As the Federal Government commits billions of dollars each year in contracts for goods and services, bid protests before the General Accountability Office (GAO) and the U.S. Court of Federal Claims (COFC) continue to provide a means for advancing transparency and fairness in the procurement system and the U.S. Court of Appeals, for the Federal Circuit continues to issue noteworthy decisions in appeals from protests at the COFC. Bid protests are a key part of Federal contract competitions, and contractors and their counsel should keep abreast of important protest cases and related events.
In this course, three experienced bid-protest attorneys from Miles & Stockbridge, Cameron Hamrick, Pete Dungan, and Chris Denny, will discuss hot topics in bid protest cases at the GAO, the COFC, and the Federal Circuit, while providing background and context for each of the topics. In addition, the presenters will discuss significant developments and trends associated with bid protests, including several legislative provisions.
Cameron Hamrick is a principal at Miles & Stockbridge, and has more than 30 years of experience representing clients in matters across the full spectrum of government contracts law. His clients have included top-tier government contractors, with a particular focus on defense, construction, health care, technology, and energy. He advises clients on a wide variety of contract matters, including procurement integrity and conflict of interest issues, drafting and negotiating contracts and subcontracts, grants and cooperative agreements, cost accounting requirements, defective pricing, cyber security, protection of proprietary data, and terminations for convenience and default.
Cameron has litigated complex contract cases before the federal district courts, the U.S. Court of Federal Claims, federal agency boards of contract appeals and other forums, as well as numerous bid protests before the GAO and the U.S. Court of Federal Claims. He has represented clients in contract audit and disputes matters, False Claims Act litigation, suspension and debarment actions, and civil and criminal fraud investigations. He also has represented clients in several transactions involving the preparation of filings with the Committee on Foreign Investment in the United States (CFIUS), as well as coordination with the Defense Security Service concerning matters covered by the National Industrial Security Program Operating Manual (NISPOM).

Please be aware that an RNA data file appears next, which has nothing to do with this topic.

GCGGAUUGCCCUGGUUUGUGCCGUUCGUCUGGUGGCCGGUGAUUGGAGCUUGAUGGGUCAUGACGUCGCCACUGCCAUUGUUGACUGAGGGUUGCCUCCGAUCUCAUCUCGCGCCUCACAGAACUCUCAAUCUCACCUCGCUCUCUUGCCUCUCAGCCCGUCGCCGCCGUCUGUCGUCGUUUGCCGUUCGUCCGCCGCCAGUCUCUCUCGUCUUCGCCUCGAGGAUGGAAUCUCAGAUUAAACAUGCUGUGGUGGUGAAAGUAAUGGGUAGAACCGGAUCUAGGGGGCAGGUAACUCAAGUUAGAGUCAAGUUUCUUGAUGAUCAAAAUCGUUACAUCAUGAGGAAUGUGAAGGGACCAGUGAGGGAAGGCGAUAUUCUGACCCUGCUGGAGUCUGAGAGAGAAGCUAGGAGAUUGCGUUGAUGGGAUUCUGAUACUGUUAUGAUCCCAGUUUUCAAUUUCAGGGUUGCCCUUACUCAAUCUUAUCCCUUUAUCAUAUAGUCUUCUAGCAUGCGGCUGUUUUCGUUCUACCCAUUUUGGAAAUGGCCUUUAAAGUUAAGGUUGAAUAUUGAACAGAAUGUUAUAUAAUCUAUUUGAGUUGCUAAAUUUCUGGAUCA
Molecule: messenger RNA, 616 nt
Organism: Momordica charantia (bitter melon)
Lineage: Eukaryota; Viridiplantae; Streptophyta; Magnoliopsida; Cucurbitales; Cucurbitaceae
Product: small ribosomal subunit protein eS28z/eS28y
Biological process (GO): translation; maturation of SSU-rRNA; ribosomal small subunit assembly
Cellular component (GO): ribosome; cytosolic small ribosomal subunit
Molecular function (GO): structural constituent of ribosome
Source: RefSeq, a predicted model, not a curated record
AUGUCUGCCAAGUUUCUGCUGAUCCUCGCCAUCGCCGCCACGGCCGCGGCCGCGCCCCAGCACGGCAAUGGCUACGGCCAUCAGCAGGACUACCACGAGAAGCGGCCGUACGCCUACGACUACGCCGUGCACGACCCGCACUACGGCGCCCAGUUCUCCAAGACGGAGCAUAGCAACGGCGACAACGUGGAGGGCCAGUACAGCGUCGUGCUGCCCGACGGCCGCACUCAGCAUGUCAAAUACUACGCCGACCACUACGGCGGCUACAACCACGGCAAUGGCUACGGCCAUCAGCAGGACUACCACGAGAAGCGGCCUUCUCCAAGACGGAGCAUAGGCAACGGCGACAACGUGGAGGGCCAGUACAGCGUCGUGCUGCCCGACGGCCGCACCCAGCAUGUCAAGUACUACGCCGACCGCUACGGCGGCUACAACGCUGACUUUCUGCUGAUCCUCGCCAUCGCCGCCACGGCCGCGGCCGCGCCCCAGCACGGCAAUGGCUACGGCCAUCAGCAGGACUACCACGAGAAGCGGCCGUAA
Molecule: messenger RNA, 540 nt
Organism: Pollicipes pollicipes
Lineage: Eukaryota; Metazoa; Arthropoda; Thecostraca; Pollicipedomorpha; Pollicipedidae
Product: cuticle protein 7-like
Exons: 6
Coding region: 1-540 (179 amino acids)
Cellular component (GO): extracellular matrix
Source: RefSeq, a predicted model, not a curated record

Before joining Miles & Stockbridge, Cameron was a partner with Mayer Brown LLP and, prior to that, with Miller & Chevalier in Washington, D.C. Cameron received his law degree from Duke University School of Law in 1985, and his undergraduate degree from Duke University, magna cum laude, in 1981.
Pete Dungan brings two decades of national security and public procurement law experience to bear for his clients. As an Army veteran, Pete knows failure is not an option when clients trust him with their most important matters – when a billion dollar contract is on the line, when the government seeks to claw back hundreds of millions of dollars, and when a contractor's eligibility to continue winning government business is at risk.
A litigator by training, Pete secures positive results for contractors in bid protests and contract claims against federal agencies as well as state, local, and educational (SLED) organizations. He is the veteran of more than 80 bid protests at the U.S. Government Accountability Oﬃce and the U.S. Court of Federal Claims. Pete is recognized by his peers as a leader in contract disputes, and he serves as co-chair of the American Bar Association Section of Public Law's Bid Protest Committee as well as a vice-chair of its Contract Claims and Disputes Resolution Committee.
Not only is Pete a litigator who contractors count on, he also possesses deep understanding of the industry. His broad base of experience – gathered from two decades of military service – allows him to provide unique perspectives to his clients in transactional and investigational matters. Pete has advised on some of the most important and complex mergers and acquisitions in the government services industry. And, he is an authority on matters aﬀecting contractors on the battleﬁeld, having served in Afghanistan advising a special operations task force.
Pete recently retired from the U.S. Army Reserve as a Lieutenant Colonel after over 21 years of service, most recently serving as the Deputy Chair and Adjunct Professor in the Contract and Fiscal Law Department of the Judge Advocate General’s School in Charlottesville, Virginia.
Chris Denny is a government contracts lawyer. Chris assists his clients with a range of government contracting issues including: small business program compliance (SBA, DOT, state and local programs); Buy American Act compliance, labor compliance (Davis-Bacon and Service Contract Act); and negotiating subcontracts and teaming agreements. Chris also has experience handling bid protest litigation and managing government contract claims and disputes.
Chris received his JD, magna cum laude, from the University of Detroit Mercy School of Law in 2013, where he served as a title editor of the law review. During law school, Chris served as a judicial intern to the Honorable Robert Young Jr. of the Michigan Supreme Court. Chris earned his undergraduate degree in Finance from Michigan State University’s Eli Broad College of Business.